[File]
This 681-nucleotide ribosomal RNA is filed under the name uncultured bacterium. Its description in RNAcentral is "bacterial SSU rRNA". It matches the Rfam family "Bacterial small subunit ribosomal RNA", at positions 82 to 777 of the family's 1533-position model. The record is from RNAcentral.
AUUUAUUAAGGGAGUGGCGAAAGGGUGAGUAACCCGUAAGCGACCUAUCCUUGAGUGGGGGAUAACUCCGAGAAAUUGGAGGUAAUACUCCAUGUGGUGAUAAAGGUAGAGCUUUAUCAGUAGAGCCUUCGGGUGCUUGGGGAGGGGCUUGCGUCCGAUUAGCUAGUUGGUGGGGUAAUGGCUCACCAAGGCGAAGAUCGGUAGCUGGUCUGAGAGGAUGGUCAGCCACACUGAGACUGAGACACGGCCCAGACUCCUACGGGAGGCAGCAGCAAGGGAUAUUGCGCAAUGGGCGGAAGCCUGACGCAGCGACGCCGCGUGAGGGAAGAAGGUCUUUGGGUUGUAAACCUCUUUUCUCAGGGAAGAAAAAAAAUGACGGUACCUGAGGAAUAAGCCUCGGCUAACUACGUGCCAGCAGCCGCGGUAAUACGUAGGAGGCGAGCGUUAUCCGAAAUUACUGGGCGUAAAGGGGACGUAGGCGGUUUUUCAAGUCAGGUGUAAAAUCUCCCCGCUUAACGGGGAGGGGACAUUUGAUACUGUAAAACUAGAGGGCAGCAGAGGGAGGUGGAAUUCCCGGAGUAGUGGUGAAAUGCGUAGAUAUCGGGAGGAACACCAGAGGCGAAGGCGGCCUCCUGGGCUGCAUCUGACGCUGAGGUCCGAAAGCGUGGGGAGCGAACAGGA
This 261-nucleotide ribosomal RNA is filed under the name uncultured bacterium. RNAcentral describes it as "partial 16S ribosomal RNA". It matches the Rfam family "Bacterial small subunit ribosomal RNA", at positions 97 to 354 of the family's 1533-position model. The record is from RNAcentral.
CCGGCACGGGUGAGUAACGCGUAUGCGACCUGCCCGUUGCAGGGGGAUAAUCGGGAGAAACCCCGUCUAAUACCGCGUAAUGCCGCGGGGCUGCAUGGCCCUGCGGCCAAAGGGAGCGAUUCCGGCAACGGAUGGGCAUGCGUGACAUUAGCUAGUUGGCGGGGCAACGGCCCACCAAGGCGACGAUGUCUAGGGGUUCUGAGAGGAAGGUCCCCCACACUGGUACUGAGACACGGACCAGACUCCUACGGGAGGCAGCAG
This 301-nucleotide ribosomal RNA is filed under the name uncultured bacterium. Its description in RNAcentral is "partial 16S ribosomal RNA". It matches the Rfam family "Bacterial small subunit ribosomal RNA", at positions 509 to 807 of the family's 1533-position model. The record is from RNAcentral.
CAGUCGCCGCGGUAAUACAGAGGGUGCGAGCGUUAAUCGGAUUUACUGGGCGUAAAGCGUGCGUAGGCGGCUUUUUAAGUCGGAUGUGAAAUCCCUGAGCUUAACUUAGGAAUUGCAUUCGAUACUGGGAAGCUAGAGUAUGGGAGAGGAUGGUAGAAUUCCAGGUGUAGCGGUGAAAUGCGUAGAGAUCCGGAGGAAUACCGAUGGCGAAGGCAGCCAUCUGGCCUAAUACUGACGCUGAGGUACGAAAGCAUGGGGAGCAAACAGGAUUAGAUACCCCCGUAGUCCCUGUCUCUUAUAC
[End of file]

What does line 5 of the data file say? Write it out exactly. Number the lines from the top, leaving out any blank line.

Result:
This 301-nucleotide ribosomal RNA is filed under the name uncultured bacterium. Its description in RNAcentral is "partial 16S ribosomal RNA". It matches the Rfam family "Bacterial small subunit ribosomal RNA", at positions 509 to 807 of the family's 1533-position model. The record is from RNAcentral.